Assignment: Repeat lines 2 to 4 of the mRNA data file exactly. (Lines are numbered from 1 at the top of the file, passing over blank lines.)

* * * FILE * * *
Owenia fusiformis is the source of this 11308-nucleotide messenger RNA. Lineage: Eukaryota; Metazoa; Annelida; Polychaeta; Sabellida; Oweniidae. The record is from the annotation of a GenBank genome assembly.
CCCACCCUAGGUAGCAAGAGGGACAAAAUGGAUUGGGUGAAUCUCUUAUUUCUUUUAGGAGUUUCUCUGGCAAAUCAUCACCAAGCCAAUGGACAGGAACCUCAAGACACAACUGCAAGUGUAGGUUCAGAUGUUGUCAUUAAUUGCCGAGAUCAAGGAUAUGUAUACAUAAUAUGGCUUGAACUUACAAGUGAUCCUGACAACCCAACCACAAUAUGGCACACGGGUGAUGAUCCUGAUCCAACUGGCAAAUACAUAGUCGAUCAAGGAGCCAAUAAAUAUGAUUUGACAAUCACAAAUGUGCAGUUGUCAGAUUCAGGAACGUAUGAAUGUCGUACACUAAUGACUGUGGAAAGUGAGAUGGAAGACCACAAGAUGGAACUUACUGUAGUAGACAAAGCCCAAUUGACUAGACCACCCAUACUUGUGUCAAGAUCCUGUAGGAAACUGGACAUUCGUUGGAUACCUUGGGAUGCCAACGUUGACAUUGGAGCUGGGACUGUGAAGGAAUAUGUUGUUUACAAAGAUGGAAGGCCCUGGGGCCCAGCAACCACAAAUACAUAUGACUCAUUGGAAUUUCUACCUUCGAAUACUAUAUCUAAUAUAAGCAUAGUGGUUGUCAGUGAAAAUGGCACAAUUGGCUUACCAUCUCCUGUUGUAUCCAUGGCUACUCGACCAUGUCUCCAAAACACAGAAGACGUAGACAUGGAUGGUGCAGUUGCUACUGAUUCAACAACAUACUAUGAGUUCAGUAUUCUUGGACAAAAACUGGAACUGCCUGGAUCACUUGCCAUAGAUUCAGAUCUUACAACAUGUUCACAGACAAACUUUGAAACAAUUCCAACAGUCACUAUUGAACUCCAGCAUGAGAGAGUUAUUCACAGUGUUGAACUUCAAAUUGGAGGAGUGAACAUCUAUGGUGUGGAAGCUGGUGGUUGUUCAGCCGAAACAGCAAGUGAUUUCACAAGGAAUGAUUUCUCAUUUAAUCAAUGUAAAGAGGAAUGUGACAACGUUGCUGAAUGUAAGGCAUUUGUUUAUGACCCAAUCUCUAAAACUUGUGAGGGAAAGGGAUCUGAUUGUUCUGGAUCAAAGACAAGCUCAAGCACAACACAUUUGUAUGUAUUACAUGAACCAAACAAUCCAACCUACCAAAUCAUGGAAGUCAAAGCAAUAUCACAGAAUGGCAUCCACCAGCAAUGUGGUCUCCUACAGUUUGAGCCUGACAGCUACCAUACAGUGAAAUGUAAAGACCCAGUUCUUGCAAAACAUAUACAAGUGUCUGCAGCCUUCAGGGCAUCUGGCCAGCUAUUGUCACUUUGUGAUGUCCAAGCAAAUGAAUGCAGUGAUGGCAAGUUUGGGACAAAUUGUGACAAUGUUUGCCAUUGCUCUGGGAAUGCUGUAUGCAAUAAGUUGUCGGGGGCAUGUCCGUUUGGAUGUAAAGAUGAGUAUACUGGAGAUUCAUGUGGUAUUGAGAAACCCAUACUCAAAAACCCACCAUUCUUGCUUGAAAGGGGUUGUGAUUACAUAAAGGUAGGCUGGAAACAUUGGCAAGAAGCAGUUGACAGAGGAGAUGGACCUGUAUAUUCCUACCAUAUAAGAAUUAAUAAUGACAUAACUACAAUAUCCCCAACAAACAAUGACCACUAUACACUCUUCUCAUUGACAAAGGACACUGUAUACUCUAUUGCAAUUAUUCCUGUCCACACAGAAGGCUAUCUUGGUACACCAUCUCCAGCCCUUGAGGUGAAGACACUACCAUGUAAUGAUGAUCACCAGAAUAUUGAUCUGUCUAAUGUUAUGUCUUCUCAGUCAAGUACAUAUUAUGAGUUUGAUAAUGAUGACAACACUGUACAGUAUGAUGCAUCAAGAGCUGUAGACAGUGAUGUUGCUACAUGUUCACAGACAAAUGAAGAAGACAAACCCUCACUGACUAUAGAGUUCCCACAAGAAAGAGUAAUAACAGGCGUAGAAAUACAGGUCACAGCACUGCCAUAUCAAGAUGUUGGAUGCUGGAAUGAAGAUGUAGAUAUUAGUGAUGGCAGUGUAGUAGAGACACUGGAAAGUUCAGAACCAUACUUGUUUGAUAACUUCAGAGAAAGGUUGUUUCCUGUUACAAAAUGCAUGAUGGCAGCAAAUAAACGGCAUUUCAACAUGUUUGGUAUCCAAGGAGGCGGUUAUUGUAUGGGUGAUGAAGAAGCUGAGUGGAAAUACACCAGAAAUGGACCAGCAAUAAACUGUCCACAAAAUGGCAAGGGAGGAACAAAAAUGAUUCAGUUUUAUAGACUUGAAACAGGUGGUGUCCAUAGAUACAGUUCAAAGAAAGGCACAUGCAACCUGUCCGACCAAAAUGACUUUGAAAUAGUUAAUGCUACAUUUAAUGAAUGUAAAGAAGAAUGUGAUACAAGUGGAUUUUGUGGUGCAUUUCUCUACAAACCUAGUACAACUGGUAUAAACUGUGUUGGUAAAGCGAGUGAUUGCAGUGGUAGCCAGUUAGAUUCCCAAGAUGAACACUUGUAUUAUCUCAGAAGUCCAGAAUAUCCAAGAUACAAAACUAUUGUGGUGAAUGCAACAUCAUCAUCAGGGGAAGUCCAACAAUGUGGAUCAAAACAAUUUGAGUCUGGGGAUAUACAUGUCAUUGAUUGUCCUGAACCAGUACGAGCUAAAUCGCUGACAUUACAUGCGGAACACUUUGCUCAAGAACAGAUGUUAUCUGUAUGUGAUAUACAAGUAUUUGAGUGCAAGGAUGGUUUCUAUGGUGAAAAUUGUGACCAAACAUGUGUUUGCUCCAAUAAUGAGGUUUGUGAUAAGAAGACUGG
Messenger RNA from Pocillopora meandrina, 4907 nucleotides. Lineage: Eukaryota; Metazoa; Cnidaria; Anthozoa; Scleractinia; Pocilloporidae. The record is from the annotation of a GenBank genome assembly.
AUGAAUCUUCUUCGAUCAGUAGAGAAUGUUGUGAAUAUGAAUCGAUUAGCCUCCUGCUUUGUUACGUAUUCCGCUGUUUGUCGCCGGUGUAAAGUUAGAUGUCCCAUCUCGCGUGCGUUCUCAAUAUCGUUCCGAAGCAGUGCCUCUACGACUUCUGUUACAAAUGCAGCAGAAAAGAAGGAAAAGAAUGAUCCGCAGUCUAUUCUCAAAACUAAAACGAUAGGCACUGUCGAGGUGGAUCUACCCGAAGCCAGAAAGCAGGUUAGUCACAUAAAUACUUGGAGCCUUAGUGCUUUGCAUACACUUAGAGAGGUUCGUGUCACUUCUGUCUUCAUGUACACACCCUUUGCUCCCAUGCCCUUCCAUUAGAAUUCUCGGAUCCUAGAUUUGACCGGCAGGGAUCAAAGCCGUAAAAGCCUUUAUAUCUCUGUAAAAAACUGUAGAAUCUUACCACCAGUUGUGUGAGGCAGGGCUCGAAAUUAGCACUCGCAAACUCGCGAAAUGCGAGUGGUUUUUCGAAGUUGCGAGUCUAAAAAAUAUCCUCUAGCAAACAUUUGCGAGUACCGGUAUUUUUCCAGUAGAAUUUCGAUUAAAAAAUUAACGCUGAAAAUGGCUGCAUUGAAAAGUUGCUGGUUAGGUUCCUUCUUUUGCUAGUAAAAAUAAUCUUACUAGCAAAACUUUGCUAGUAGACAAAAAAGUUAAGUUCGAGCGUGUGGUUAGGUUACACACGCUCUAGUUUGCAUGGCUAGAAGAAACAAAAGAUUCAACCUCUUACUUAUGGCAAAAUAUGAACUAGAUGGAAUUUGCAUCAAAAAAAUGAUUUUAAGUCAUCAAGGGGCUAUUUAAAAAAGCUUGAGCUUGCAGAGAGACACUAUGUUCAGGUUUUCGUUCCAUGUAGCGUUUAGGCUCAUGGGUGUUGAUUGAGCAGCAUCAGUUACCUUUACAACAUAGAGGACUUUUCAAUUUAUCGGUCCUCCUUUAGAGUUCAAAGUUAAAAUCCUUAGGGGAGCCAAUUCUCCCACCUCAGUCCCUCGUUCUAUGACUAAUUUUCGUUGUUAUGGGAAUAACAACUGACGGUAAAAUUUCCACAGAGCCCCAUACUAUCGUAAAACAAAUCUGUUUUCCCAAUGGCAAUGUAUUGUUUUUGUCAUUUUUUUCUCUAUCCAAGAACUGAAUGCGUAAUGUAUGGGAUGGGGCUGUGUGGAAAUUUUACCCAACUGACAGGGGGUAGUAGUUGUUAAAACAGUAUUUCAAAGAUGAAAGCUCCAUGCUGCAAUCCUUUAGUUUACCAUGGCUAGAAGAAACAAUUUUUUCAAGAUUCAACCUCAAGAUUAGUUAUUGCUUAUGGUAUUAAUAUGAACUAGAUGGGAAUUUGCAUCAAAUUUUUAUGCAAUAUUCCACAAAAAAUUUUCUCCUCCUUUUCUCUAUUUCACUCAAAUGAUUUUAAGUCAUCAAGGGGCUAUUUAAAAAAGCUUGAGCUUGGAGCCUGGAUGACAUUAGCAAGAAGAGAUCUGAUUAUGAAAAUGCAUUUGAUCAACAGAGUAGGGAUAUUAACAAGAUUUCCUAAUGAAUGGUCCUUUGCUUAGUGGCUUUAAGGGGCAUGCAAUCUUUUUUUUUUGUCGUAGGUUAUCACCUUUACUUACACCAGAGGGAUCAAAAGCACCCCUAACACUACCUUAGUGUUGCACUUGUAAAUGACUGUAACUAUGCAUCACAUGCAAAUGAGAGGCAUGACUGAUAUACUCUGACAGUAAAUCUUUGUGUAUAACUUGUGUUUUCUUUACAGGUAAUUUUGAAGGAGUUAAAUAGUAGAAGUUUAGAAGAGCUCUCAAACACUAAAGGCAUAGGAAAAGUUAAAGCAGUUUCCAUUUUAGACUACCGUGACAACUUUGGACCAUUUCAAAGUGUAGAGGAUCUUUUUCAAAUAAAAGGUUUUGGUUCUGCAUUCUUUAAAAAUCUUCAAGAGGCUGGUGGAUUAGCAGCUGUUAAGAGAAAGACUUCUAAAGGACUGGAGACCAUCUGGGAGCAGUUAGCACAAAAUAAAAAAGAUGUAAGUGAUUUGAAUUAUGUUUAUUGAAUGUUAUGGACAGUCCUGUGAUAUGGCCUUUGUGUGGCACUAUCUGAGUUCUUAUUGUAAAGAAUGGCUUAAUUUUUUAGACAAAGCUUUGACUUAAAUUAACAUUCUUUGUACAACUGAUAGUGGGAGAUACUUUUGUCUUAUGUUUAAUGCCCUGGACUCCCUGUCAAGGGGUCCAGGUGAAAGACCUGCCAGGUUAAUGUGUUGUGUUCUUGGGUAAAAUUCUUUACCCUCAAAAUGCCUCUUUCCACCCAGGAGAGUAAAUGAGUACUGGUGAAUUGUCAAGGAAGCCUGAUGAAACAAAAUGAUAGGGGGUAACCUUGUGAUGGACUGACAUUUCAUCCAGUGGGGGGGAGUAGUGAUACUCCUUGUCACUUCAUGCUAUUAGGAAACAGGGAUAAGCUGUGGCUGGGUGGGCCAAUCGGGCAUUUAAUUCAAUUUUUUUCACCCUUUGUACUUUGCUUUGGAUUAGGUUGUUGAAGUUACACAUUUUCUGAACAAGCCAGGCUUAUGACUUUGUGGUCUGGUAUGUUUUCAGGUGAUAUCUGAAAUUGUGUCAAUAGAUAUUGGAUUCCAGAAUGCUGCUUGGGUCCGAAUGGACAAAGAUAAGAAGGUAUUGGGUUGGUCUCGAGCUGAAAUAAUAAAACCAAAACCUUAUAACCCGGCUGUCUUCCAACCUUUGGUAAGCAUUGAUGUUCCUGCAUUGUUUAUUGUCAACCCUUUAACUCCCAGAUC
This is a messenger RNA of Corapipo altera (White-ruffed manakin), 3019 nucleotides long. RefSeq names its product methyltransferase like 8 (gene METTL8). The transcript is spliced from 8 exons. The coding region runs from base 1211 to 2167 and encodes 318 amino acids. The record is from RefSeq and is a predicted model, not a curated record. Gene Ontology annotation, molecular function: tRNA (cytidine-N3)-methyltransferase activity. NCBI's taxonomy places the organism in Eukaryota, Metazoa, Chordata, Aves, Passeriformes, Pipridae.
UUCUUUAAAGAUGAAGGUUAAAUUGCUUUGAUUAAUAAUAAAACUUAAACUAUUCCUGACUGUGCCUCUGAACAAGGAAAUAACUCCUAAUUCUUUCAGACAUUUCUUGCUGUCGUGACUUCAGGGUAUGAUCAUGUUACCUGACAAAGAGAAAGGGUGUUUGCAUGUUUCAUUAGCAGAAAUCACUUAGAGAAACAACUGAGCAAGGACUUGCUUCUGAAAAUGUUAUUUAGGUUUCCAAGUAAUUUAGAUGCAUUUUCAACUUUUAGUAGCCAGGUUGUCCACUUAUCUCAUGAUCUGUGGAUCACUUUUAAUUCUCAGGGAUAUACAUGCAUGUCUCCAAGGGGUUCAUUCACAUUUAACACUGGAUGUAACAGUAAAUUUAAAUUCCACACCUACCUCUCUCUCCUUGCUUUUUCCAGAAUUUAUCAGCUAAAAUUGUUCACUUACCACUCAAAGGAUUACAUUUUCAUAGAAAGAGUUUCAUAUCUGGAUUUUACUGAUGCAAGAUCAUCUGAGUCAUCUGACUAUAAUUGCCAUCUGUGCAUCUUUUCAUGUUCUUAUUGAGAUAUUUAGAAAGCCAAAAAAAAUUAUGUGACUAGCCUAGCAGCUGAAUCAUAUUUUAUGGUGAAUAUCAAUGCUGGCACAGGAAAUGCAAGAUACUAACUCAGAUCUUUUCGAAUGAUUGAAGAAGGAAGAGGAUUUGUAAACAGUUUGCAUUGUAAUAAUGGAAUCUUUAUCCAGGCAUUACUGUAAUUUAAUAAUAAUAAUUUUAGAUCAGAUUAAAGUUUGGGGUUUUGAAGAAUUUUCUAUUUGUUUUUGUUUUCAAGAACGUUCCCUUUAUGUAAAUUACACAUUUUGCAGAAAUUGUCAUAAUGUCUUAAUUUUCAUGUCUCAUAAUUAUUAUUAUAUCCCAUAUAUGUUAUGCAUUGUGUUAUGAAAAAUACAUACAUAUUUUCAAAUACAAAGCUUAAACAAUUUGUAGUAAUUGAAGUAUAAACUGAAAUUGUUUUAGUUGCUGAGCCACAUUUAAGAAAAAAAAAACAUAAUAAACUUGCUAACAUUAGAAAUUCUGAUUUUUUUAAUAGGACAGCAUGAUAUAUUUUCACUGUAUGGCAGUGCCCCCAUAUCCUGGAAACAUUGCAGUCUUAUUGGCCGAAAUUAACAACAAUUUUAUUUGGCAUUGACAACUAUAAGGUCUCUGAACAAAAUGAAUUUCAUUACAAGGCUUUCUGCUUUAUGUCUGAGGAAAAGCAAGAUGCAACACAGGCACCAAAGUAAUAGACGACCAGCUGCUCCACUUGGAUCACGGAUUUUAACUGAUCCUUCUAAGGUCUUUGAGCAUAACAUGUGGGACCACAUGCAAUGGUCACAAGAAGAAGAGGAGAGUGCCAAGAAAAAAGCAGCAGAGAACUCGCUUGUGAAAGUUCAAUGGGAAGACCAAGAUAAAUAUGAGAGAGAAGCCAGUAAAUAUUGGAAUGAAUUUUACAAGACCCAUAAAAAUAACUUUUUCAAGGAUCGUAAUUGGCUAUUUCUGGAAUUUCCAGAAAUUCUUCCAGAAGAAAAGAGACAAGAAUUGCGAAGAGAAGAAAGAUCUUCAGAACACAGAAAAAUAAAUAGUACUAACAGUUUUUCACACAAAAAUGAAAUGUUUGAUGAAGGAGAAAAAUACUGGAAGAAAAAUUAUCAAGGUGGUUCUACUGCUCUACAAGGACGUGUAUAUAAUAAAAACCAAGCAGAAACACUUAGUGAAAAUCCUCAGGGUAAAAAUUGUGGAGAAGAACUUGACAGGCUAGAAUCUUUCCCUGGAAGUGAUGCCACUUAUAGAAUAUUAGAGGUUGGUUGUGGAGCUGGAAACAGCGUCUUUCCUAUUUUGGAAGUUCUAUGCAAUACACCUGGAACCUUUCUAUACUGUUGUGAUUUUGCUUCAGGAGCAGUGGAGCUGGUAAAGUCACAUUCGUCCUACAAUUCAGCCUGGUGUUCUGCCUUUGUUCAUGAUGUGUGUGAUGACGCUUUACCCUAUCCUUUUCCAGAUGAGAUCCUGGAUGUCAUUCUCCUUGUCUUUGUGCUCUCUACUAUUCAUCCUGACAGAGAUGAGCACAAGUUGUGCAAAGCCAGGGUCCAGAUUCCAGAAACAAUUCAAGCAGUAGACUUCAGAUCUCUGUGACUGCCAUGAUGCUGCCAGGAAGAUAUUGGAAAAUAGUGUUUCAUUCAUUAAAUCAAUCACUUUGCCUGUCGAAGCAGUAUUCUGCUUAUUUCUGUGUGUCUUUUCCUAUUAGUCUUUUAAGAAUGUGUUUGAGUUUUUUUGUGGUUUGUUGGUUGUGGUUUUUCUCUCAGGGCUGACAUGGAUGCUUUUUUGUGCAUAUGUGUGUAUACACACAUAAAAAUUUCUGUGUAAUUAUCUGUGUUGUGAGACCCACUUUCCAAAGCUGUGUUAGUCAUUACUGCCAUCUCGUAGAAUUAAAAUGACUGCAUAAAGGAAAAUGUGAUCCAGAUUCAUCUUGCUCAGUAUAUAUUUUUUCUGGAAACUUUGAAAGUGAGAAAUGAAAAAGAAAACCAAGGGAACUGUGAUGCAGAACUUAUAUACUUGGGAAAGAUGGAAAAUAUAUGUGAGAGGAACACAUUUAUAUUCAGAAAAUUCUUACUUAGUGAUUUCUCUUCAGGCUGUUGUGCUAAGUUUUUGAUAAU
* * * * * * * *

CCCACCCUAGGUAGCAAGAGGGACAAAAUGGAUUGGGUGAAUCUCUUAUUUCUUUUAGGAGUUUCUCUGGCAAAUCAUCACCAAGCCAAUGGACAGGAACCUCAAGACACAACUGCAAGUGUAGGUUCAGAUGUUGUCAUUAAUUGCCGAGAUCAAGGAUAUGUAUACAUAAUAUGGCUUGAACUUACAAGUGAUCCUGACAACCCAACCACAAUAUGGCACACGGGUGAUGAUCCUGAUCCAACUGGCAAAUACAUAGUCGAUCAAGGAGCCAAUAAAUAUGAUUUGACAAUCACAAAUGUGCAGUUGUCAGAUUCAGGAACGUAUGAAUGUCGUACACUAAUGACUGUGGAAAGUGAGAUGGAAGACCACAAGAUGGAACUUACUGUAGUAGACAAAGCCCAAUUGACUAGACCACCCAUACUUGUGUCAAGAUCCUGUAGGAAACUGGACAUUCGUUGGAUACCUUGGGAUGCCAACGUUGACAUUGGAGCUGGGACUGUGAAGGAAUAUGUUGUUUACAAAGAUGGAAGGCCCUGGGGCCCAGCAACCACAAAUACAUAUGACUCAUUGGAAUUUCUACCUUCGAAUACUAUAUCUAAUAUAAGCAUAGUGGUUGUCAGUGAAAAUGGCACAAUUGGCUUACCAUCUCCUGUUGUAUCCAUGGCUACUCGACCAUGUCUCCAAAACACAGAAGACGUAGACAUGGAUGGUGCAGUUGCUACUGAUUCAACAACAUACUAUGAGUUCAGUAUUCUUGGACAAAAACUGGAACUGCCUGGAUCACUUGCCAUAGAUUCAGAUCUUACAACAUGUUCACAGACAAACUUUGAAACAAUUCCAACAGUCACUAUUGAACUCCAGCAUGAGAGAGUUAUUCACAGUGUUGAACUUCAAAUUGGAGGAGUGAACAUCUAUGGUGUGGAAGCUGGUGGUUGUUCAGCCGAAACAGCAAGUGAUUUCACAAGGAAUGAUUUCUCAUUUAAUCAAUGUAAAGAGGAAUGUGACAACGUUGCUGAAUGUAAGGCAUUUGUUUAUGACCCAAUCUCUAAAACUUGUGAGGGAAAGGGAUCUGAUUGUUCUGGAUCAAAGACAAGCUCAAGCACAACACAUUUGUAUGUAUUACAUGAACCAAACAAUCCAACCUACCAAAUCAUGGAAGUCAAAGCAAUAUCACAGAAUGGCAUCCACCAGCAAUGUGGUCUCCUACAGUUUGAGCCUGACAGCUACCAUACAGUGAAAUGUAAAGACCCAGUUCUUGCAAAACAUAUACAAGUGUCUGCAGCCUUCAGGGCAUCUGGCCAGCUAUUGUCACUUUGUGAUGUCCAAGCAAAUGAAUGCAGUGAUGGCAAGUUUGGGACAAAUUGUGACAAUGUUUGCCAUUGCUCUGGGAAUGCUGUAUGCAAUAAGUUGUCGGGGGCAUGUCCGUUUGGAUGUAAAGAUGAGUAUACUGGAGAUUCAUGUGGUAUUGAGAAACCCAUACUCAAAAACCCACCAUUCUUGCUUGAAAGGGGUUGUGAUUACAUAAAGGUAGGCUGGAAACAUUGGCAAGAAGCAGUUGACAGAGGAGAUGGACCUGUAUAUUCCUACCAUAUAAGAAUUAAUAAUGACAUAACUACAAUAUCCCCAACAAACAAUGACCACUAUACACUCUUCUCAUUGACAAAGGACACUGUAUACUCUAUUGCAAUUAUUCCUGUCCACACAGAAGGCUAUCUUGGUACACCAUCUCCAGCCCUUGAGGUGAAGACACUACCAUGUAAUGAUGAUCACCAGAAUAUUGAUCUGUCUAAUGUUAUGUCUUCUCAGUCAAGUACAUAUUAUGAGUUUGAUAAUGAUGACAACACUGUACAGUAUGAUGCAUCAAGAGCUGUAGACAGUGAUGUUGCUACAUGUUCACAGACAAAUGAAGAAGACAAACCCUCACUGACUAUAGAGUUCCCACAAGAAAGAGUAAUAACAGGCGUAGAAAUACAGGUCACAGCACUGCCAUAUCAAGAUGUUGGAUGCUGGAAUGAAGAUGUAGAUAUUAGUGAUGGCAGUGUAGUAGAGACACUGGAAAGUUCAGAACCAUACUUGUUUGAUAACUUCAGAGAAAGGUUGUUUCCUGUUACAAAAUGCAUGAUGGCAGCAAAUAAACGGCAUUUCAACAUGUUUGGUAUCCAAGGAGGCGGUUAUUGUAUGGGUGAUGAAGAAGCUGAGUGGAAAUACACCAGAAAUGGACCAGCAAUAAACUGUCCACAAAAUGGCAAGGGAGGAACAAAAAUGAUUCAGUUUUAUAGACUUGAAACAGGUGGUGUCCAUAGAUACAGUUCAAAGAAAGGCACAUGCAACCUGUCCGACCAAAAUGACUUUGAAAUAGUUAAUGCUACAUUUAAUGAAUGUAAAGAAGAAUGUGAUACAAGUGGAUUUUGUGGUGCAUUUCUCUACAAACCUAGUACAACUGGUAUAAACUGUGUUGGUAAAGCGAGUGAUUGCAGUGGUAGCCAGUUAGAUUCCCAAGAUGAACACUUGUAUUAUCUCAGAAGUCCAGAAUAUCCAAGAUACAAAACUAUUGUGGUGAAUGCAACAUCAUCAUCAGGGGAAGUCCAACAAUGUGGAUCAAAACAAUUUGAGUCUGGGGAUAUACAUGUCAUUGAUUGUCCUGAACCAGUACGAGCUAAAUCGCUGACAUUACAUGCGGAACACUUUGCUCAAGAACAGAUGUUAUCUGUAUGUGAUAUACAAGUAUUUGAGUGCAAGGAUGGUUUCUAUGGUGAAAAUUGUGACCAAACAUGUGUUUGCUCCAAUAAUGAGGUUUGUGAUAAGAAGACUGG
Messenger RNA from Pocillopora meandrina, 4907 nucleotides. Lineage: Eukaryota; Metazoa; Cnidaria; Anthozoa; Scleractinia; Pocilloporidae. The record is from the annotation of a GenBank genome assembly.
AUGAAUCUUCUUCGAUCAGUAGAGAAUGUUGUGAAUAUGAAUCGAUUAGCCUCCUGCUUUGUUACGUAUUCCGCUGUUUGUCGCCGGUGUAAAGUUAGAUGUCCCAUCUCGCGUGCGUUCUCAAUAUCGUUCCGAAGCAGUGCCUCUACGACUUCUGUUACAAAUGCAGCAGAAAAGAAGGAAAAGAAUGAUCCGCAGUCUAUUCUCAAAACUAAAACGAUAGGCACUGUCGAGGUGGAUCUACCCGAAGCCAGAAAGCAGGUUAGUCACAUAAAUACUUGGAGCCUUAGUGCUUUGCAUACACUUAGAGAGGUUCGUGUCACUUCUGUCUUCAUGUACACACCCUUUGCUCCCAUGCCCUUCCAUUAGAAUUCUCGGAUCCUAGAUUUGACCGGCAGGGAUCAAAGCCGUAAAAGCCUUUAUAUCUCUGUAAAAAACUGUAGAAUCUUACCACCAGUUGUGUGAGGCAGGGCUCGAAAUUAGCACUCGCAAACUCGCGAAAUGCGAGUGGUUUUUCGAAGUUGCGAGUCUAAAAAAUAUCCUCUAGCAAACAUUUGCGAGUACCGGUAUUUUUCCAGUAGAAUUUCGAUUAAAAAAUUAACGCUGAAAAUGGCUGCAUUGAAAAGUUGCUGGUUAGGUUCCUUCUUUUGCUAGUAAAAAUAAUCUUACUAGCAAAACUUUGCUAGUAGACAAAAAAGUUAAGUUCGAGCGUGUGGUUAGGUUACACACGCUCUAGUUUGCAUGGCUAGAAGAAACAAAAGAUUCAACCUCUUACUUAUGGCAAAAUAUGAACUAGAUGGAAUUUGCAUCAAAAAAAUGAUUUUAAGUCAUCAAGGGGCUAUUUAAAAAAGCUUGAGCUUGCAGAGAGACACUAUGUUCAGGUUUUCGUUCCAUGUAGCGUUUAGGCUCAUGGGUGUUGAUUGAGCAGCAUCAGUUACCUUUACAACAUAGAGGACUUUUCAAUUUAUCGGUCCUCCUUUAGAGUUCAAAGUUAAAAUCCUUAGGGGAGCCAAUUCUCCCACCUCAGUCCCUCGUUCUAUGACUAAUUUUCGUUGUUAUGGGAAUAACAACUGACGGUAAAAUUUCCACAGAGCCCCAUACUAUCGUAAAACAAAUCUGUUUUCCCAAUGGCAAUGUAUUGUUUUUGUCAUUUUUUUCUCUAUCCAAGAACUGAAUGCGUAAUGUAUGGGAUGGGGCUGUGUGGAAAUUUUACCCAACUGACAGGGGGUAGUAGUUGUUAAAACAGUAUUUCAAAGAUGAAAGCUCCAUGCUGCAAUCCUUUAGUUUACCAUGGCUAGAAGAAACAAUUUUUUCAAGAUUCAACCUCAAGAUUAGUUAUUGCUUAUGGUAUUAAUAUGAACUAGAUGGGAAUUUGCAUCAAAUUUUUAUGCAAUAUUCCACAAAAAAUUUUCUCCUCCUUUUCUCUAUUUCACUCAAAUGAUUUUAAGUCAUCAAGGGGCUAUUUAAAAAAGCUUGAGCUUGGAGCCUGGAUGACAUUAGCAAGAAGAGAUCUGAUUAUGAAAAUGCAUUUGAUCAACAGAGUAGGGAUAUUAACAAGAUUUCCUAAUGAAUGGUCCUUUGCUUAGUGGCUUUAAGGGGCAUGCAAUCUUUUUUUUUUGUCGUAGGUUAUCACCUUUACUUACACCAGAGGGAUCAAAAGCACCCCUAACACUACCUUAGUGUUGCACUUGUAAAUGACUGUAACUAUGCAUCACAUGCAAAUGAGAGGCAUGACUGAUAUACUCUGACAGUAAAUCUUUGUGUAUAACUUGUGUUUUCUUUACAGGUAAUUUUGAAGGAGUUAAAUAGUAGAAGUUUAGAAGAGCUCUCAAACACUAAAGGCAUAGGAAAAGUUAAAGCAGUUUCCAUUUUAGACUACCGUGACAACUUUGGACCAUUUCAAAGUGUAGAGGAUCUUUUUCAAAUAAAAGGUUUUGGUUCUGCAUUCUUUAAAAAUCUUCAAGAGGCUGGUGGAUUAGCAGCUGUUAAGAGAAAGACUUCUAAAGGACUGGAGACCAUCUGGGAGCAGUUAGCACAAAAUAAAAAAGAUGUAAGUGAUUUGAAUUAUGUUUAUUGAAUGUUAUGGACAGUCCUGUGAUAUGGCCUUUGUGUGGCACUAUCUGAGUUCUUAUUGUAAAGAAUGGCUUAAUUUUUUAGACAAAGCUUUGACUUAAAUUAACAUUCUUUGUACAACUGAUAGUGGGAGAUACUUUUGUCUUAUGUUUAAUGCCCUGGACUCCCUGUCAAGGGGUCCAGGUGAAAGACCUGCCAGGUUAAUGUGUUGUGUUCUUGGGUAAAAUUCUUUACCCUCAAAAUGCCUCUUUCCACCCAGGAGAGUAAAUGAGUACUGGUGAAUUGUCAAGGAAGCCUGAUGAAACAAAAUGAUAGGGGGUAACCUUGUGAUGGACUGACAUUUCAUCCAGUGGGGGGGAGUAGUGAUACUCCUUGUCACUUCAUGCUAUUAGGAAACAGGGAUAAGCUGUGGCUGGGUGGGCCAAUCGGGCAUUUAAUUCAAUUUUUUUCACCCUUUGUACUUUGCUUUGGAUUAGGUUGUUGAAGUUACACAUUUUCUGAACAAGCCAGGCUUAUGACUUUGUGGUCUGGUAUGUUUUCAGGUGAUAUCUGAAAUUGUGUCAAUAGAUAUUGGAUUCCAGAAUGCUGCUUGGGUCCGAAUGGACAAAGAUAAGAAGGUAUUGGGUUGGUCUCGAGCUGAAAUAAUAAAACCAAAACCUUAUAACCCGGCUGUCUUCCAACCUUUGGUAAGCAUUGAUGUUCCUGCAUUGUUUAUUGUCAACCCUUUAACUCCCAGAUC